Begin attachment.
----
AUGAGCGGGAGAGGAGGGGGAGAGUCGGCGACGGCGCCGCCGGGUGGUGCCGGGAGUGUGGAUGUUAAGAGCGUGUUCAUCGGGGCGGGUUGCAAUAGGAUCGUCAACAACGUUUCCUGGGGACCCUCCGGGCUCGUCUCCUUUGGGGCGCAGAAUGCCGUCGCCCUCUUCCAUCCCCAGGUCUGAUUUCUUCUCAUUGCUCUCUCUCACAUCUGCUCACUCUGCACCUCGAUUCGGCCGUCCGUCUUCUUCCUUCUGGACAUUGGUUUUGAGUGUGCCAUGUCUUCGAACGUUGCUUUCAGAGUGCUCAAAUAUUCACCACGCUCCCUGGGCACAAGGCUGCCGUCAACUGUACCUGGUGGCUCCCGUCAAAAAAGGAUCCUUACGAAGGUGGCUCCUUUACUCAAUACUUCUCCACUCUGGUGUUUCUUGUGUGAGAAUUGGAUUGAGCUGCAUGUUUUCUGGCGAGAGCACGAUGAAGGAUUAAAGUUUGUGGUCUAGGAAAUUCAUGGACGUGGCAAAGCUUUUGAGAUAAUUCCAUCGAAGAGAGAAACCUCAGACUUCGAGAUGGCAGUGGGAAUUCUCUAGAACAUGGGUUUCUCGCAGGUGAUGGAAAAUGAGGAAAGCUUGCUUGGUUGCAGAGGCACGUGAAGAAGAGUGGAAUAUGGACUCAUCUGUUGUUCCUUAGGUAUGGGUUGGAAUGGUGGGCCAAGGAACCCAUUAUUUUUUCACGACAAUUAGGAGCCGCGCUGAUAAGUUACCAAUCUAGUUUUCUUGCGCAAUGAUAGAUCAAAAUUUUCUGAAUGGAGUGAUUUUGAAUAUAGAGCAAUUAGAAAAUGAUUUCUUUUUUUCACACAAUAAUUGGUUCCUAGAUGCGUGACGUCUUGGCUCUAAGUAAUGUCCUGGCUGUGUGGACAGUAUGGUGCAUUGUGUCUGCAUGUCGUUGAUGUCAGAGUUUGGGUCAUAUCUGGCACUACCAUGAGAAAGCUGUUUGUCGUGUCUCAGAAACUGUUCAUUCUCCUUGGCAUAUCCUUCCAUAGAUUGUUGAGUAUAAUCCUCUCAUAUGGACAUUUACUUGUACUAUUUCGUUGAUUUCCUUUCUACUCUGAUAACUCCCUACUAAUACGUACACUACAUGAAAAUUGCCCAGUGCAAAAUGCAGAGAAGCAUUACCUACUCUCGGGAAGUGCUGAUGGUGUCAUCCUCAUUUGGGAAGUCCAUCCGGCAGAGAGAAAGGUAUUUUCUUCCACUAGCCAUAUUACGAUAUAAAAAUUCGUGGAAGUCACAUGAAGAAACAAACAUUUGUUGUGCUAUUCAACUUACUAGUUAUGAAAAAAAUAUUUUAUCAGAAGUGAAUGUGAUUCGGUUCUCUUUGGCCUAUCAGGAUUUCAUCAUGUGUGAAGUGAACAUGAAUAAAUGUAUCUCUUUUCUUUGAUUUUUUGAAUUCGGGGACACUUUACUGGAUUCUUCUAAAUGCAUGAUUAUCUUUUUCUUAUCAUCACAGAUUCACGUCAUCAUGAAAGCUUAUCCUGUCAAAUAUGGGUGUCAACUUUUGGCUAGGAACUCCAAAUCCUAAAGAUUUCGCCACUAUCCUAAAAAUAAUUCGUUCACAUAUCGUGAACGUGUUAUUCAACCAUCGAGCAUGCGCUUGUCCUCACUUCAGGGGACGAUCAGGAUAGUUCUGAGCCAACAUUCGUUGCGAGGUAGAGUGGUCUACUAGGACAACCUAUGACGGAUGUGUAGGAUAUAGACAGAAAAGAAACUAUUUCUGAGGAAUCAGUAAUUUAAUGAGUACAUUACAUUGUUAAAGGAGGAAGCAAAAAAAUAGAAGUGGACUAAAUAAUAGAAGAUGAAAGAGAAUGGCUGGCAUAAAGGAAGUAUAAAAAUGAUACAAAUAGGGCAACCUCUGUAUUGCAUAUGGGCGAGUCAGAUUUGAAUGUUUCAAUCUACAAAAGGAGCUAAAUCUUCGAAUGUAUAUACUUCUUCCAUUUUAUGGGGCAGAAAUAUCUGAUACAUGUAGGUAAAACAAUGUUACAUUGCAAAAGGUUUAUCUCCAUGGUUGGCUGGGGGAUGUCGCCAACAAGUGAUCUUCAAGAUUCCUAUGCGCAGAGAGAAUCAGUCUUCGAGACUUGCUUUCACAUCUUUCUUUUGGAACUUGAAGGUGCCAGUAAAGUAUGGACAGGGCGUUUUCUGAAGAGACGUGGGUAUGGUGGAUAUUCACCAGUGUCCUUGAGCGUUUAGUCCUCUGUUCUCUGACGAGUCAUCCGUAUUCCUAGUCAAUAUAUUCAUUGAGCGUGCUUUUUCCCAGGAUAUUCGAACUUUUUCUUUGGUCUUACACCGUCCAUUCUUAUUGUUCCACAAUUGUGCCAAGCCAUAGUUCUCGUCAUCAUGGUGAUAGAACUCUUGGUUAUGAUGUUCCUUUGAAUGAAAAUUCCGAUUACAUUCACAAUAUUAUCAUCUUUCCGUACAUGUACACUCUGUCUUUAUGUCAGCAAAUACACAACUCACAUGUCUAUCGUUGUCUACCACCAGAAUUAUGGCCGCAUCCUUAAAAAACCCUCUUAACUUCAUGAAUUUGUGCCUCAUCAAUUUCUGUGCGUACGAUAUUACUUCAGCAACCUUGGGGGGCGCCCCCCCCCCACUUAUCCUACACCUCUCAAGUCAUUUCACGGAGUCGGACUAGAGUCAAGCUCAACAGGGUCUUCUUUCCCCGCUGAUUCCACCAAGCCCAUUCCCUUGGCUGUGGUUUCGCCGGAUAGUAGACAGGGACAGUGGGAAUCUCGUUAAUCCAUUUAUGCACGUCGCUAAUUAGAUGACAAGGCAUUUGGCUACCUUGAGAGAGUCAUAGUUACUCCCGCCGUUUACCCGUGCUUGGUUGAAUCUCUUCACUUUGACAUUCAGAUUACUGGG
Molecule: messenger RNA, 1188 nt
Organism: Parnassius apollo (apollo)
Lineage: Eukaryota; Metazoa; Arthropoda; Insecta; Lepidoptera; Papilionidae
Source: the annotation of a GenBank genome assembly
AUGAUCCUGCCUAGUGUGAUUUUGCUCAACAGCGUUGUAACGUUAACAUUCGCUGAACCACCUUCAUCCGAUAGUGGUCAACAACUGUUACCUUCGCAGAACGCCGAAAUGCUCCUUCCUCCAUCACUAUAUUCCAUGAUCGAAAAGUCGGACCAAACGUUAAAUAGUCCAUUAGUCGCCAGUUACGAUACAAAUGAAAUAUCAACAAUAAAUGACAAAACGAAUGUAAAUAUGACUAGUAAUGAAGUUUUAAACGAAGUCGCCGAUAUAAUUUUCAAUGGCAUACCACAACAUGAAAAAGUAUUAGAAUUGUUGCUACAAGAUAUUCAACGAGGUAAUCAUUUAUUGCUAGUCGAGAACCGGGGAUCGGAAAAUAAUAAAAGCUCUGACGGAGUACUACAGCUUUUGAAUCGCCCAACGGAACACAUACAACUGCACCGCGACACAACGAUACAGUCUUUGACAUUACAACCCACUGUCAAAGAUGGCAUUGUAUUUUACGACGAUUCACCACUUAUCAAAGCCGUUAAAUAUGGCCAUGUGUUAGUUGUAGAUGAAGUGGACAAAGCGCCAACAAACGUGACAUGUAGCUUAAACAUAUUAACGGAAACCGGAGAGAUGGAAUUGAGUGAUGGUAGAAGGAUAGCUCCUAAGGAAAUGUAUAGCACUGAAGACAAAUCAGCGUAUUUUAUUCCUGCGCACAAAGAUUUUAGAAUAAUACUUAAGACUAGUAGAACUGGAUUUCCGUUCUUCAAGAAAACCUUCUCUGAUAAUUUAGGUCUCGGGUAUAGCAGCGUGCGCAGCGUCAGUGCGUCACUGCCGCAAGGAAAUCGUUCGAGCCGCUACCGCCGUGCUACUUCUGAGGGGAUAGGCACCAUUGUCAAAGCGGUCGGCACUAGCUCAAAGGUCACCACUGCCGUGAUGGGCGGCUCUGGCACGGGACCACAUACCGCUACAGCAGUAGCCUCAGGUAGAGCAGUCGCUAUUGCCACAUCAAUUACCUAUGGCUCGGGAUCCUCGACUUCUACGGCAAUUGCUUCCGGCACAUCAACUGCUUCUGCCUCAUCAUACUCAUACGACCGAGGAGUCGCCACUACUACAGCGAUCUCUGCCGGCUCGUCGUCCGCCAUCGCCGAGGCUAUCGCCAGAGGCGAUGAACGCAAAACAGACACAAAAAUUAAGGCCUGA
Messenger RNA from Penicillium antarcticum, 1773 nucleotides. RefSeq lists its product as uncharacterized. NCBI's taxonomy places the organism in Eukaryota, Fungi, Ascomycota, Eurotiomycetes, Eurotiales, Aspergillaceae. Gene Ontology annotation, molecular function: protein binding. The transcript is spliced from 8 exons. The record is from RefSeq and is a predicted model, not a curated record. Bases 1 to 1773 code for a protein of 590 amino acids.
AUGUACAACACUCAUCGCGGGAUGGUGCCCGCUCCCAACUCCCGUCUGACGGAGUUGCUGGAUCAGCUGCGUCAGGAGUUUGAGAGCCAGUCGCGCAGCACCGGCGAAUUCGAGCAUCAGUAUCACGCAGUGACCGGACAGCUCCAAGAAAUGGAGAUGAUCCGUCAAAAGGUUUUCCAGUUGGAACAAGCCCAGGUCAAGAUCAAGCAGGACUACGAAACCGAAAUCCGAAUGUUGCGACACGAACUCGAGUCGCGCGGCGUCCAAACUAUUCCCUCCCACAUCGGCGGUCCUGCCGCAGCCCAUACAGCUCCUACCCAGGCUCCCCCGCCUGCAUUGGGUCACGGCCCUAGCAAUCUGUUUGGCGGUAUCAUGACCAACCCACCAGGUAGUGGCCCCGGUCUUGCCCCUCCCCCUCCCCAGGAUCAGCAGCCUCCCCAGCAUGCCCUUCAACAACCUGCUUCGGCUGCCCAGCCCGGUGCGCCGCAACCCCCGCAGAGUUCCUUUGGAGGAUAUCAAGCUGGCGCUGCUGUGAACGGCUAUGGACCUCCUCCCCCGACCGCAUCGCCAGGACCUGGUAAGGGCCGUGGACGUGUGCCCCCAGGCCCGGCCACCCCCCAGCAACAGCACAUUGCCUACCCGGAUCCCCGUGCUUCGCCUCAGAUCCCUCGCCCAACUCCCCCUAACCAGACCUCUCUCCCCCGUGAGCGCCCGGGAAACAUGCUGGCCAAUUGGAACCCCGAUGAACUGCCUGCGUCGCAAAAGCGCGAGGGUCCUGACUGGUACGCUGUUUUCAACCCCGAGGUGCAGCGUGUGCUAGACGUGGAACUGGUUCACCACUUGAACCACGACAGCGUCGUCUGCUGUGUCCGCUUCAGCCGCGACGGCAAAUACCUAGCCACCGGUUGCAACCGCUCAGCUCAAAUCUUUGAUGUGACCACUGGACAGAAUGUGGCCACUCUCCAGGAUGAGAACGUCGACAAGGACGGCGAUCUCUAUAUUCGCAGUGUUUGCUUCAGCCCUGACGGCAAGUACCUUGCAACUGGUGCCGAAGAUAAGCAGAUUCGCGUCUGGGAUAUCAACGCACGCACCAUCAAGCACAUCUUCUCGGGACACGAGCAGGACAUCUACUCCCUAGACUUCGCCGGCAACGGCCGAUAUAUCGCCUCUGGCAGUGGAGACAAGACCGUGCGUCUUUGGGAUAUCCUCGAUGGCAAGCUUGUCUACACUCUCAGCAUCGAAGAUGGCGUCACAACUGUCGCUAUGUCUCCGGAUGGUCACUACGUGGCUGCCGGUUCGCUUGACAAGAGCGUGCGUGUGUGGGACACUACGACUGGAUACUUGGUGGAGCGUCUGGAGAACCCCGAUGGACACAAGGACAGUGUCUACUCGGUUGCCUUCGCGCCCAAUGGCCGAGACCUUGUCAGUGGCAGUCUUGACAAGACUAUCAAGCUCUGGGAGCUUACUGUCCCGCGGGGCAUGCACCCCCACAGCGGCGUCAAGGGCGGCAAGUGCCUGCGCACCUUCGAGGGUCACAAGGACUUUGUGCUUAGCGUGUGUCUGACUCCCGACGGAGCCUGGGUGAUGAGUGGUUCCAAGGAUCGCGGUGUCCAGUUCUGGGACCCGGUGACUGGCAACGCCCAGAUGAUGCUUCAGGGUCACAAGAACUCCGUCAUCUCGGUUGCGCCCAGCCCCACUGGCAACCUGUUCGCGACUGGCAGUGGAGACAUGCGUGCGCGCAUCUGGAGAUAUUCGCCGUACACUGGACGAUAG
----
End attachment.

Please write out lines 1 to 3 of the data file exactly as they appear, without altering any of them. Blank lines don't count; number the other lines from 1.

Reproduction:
AUGAGCGGGAGAGGAGGGGGAGAGUCGGCGACGGCGCCGCCGGGUGGUGCCGGGAGUGUGGAUGUUAAGAGCGUGUUCAUCGGGGCGGGUUGCAAUAGGAUCGUCAACAACGUUUCCUGGGGACCCUCCGGGCUCGUCUCCUUUGGGGCGCAGAAUGCCGUCGCCCUCUUCCAUCCCCAGGUCUGAUUUCUUCUCAUUGCUCUCUCUCACAUCUGCUCACUCUGCACCUCGAUUCGGCCGUCCGUCUUCUUCCUUCUGGACAUUGGUUUUGAGUGUGCCAUGUCUUCGAACGUUGCUUUCAGAGUGCUCAAAUAUUCACCACGCUCCCUGGGCACAAGGCUGCCGUCAACUGUACCUGGUGGCUCCCGUCAAAAAAGGAUCCUUACGAAGGUGGCUCCUUUACUCAAUACUUCUCCACUCUGGUGUUUCUUGUGUGAGAAUUGGAUUGAGCUGCAUGUUUUCUGGCGAGAGCACGAUGAAGGAUUAAAGUUUGUGGUCUAGGAAAUUCAUGGACGUGGCAAAGCUUUUGAGAUAAUUCCAUCGAAGAGAGAAACCUCAGACUUCGAGAUGGCAGUGGGAAUUCUCUAGAACAUGGGUUUCUCGCAGGUGAUGGAAAAUGAGGAAAGCUUGCUUGGUUGCAGAGGCACGUGAAGAAGAGUGGAAUAUGGACUCAUCUGUUGUUCCUUAGGUAUGGGUUGGAAUGGUGGGCCAAGGAACCCAUUAUUUUUUCACGACAAUUAGGAGCCGCGCUGAUAAGUUACCAAUCUAGUUUUCUUGCGCAAUGAUAGAUCAAAAUUUUCUGAAUGGAGUGAUUUUGAAUAUAGAGCAAUUAGAAAAUGAUUUCUUUUUUUCACACAAUAAUUGGUUCCUAGAUGCGUGACGUCUUGGCUCUAAGUAAUGUCCUGGCUGUGUGGACAGUAUGGUGCAUUGUGUCUGCAUGUCGUUGAUGUCAGAGUUUGGGUCAUAUCUGGCACUACCAUGAGAAAGCUGUUUGUCGUGUCUCAGAAACUGUUCAUUCUCCUUGGCAUAUCCUUCCAUAGAUUGUUGAGUAUAAUCCUCUCAUAUGGACAUUUACUUGUACUAUUUCGUUGAUUUCCUUUCUACUCUGAUAACUCCCUACUAAUACGUACACUACAUGAAAAUUGCCCAGUGCAAAAUGCAGAGAAGCAUUACCUACUCUCGGGAAGUGCUGAUGGUGUCAUCCUCAUUUGGGAAGUCCAUCCGGCAGAGAGAAAGGUAUUUUCUUCCACUAGCCAUAUUACGAUAUAAAAAUUCGUGGAAGUCACAUGAAGAAACAAACAUUUGUUGUGCUAUUCAACUUACUAGUUAUGAAAAAAAUAUUUUAUCAGAAGUGAAUGUGAUUCGGUUCUCUUUGGCCUAUCAGGAUUUCAUCAUGUGUGAAGUGAACAUGAAUAAAUGUAUCUCUUUUCUUUGAUUUUUUGAAUUCGGGGACACUUUACUGGAUUCUUCUAAAUGCAUGAUUAUCUUUUUCUUAUCAUCACAGAUUCACGUCAUCAUGAAAGCUUAUCCUGUCAAAUAUGGGUGUCAACUUUUGGCUAGGAACUCCAAAUCCUAAAGAUUUCGCCACUAUCCUAAAAAUAAUUCGUUCACAUAUCGUGAACGUGUUAUUCAACCAUCGAGCAUGCGCUUGUCCUCACUUCAGGGGACGAUCAGGAUAGUUCUGAGCCAACAUUCGUUGCGAGGUAGAGUGGUCUACUAGGACAACCUAUGACGGAUGUGUAGGAUAUAGACAGAAAAGAAACUAUUUCUGAGGAAUCAGUAAUUUAAUGAGUACAUUACAUUGUUAAAGGAGGAAGCAAAAAAAUAGAAGUGGACUAAAUAAUAGAAGAUGAAAGAGAAUGGCUGGCAUAAAGGAAGUAUAAAAAUGAUACAAAUAGGGCAACCUCUGUAUUGCAUAUGGGCGAGUCAGAUUUGAAUGUUUCAAUCUACAAAAGGAGCUAAAUCUUCGAAUGUAUAUACUUCUUCCAUUUUAUGGGGCAGAAAUAUCUGAUACAUGUAGGUAAAACAAUGUUACAUUGCAAAAGGUUUAUCUCCAUGGUUGGCUGGGGGAUGUCGCCAACAAGUGAUCUUCAAGAUUCCUAUGCGCAGAGAGAAUCAGUCUUCGAGACUUGCUUUCACAUCUUUCUUUUGGAACUUGAAGGUGCCAGUAAAGUAUGGACAGGGCGUUUUCUGAAGAGACGUGGGUAUGGUGGAUAUUCACCAGUGUCCUUGAGCGUUUAGUCCUCUGUUCUCUGACGAGUCAUCCGUAUUCCUAGUCAAUAUAUUCAUUGAGCGUGCUUUUUCCCAGGAUAUUCGAACUUUUUCUUUGGUCUUACACCGUCCAUUCUUAUUGUUCCACAAUUGUGCCAAGCCAUAGUUCUCGUCAUCAUGGUGAUAGAACUCUUGGUUAUGAUGUUCCUUUGAAUGAAAAUUCCGAUUACAUUCACAAUAUUAUCAUCUUUCCGUACAUGUACACUCUGUCUUUAUGUCAGCAAAUACACAACUCACAUGUCUAUCGUUGUCUACCACCAGAAUUAUGGCCGCAUCCUUAAAAAACCCUCUUAACUUCAUGAAUUUGUGCCUCAUCAAUUUCUGUGCGUACGAUAUUACUUCAGCAACCUUGGGGGGCGCCCCCCCCCCACUUAUCCUACACCUCUCAAGUCAUUUCACGGAGUCGGACUAGAGUCAAGCUCAACAGGGUCUUCUUUCCCCGCUGAUUCCACCAAGCCCAUUCCCUUGGCUGUGGUUUCGCCGGAUAGUAGACAGGGACAGUGGGAAUCUCGUUAAUCCAUUUAUGCACGUCGCUAAUUAGAUGACAAGGCAUUUGGCUACCUUGAGAGAGUCAUAGUUACUCCCGCCGUUUACCCGUGCUUGGUUGAAUCUCUUCACUUUGACAUUCAGAUUACUGGG
Molecule: messenger RNA, 1188 nt
Organism: Parnassius apollo (apollo)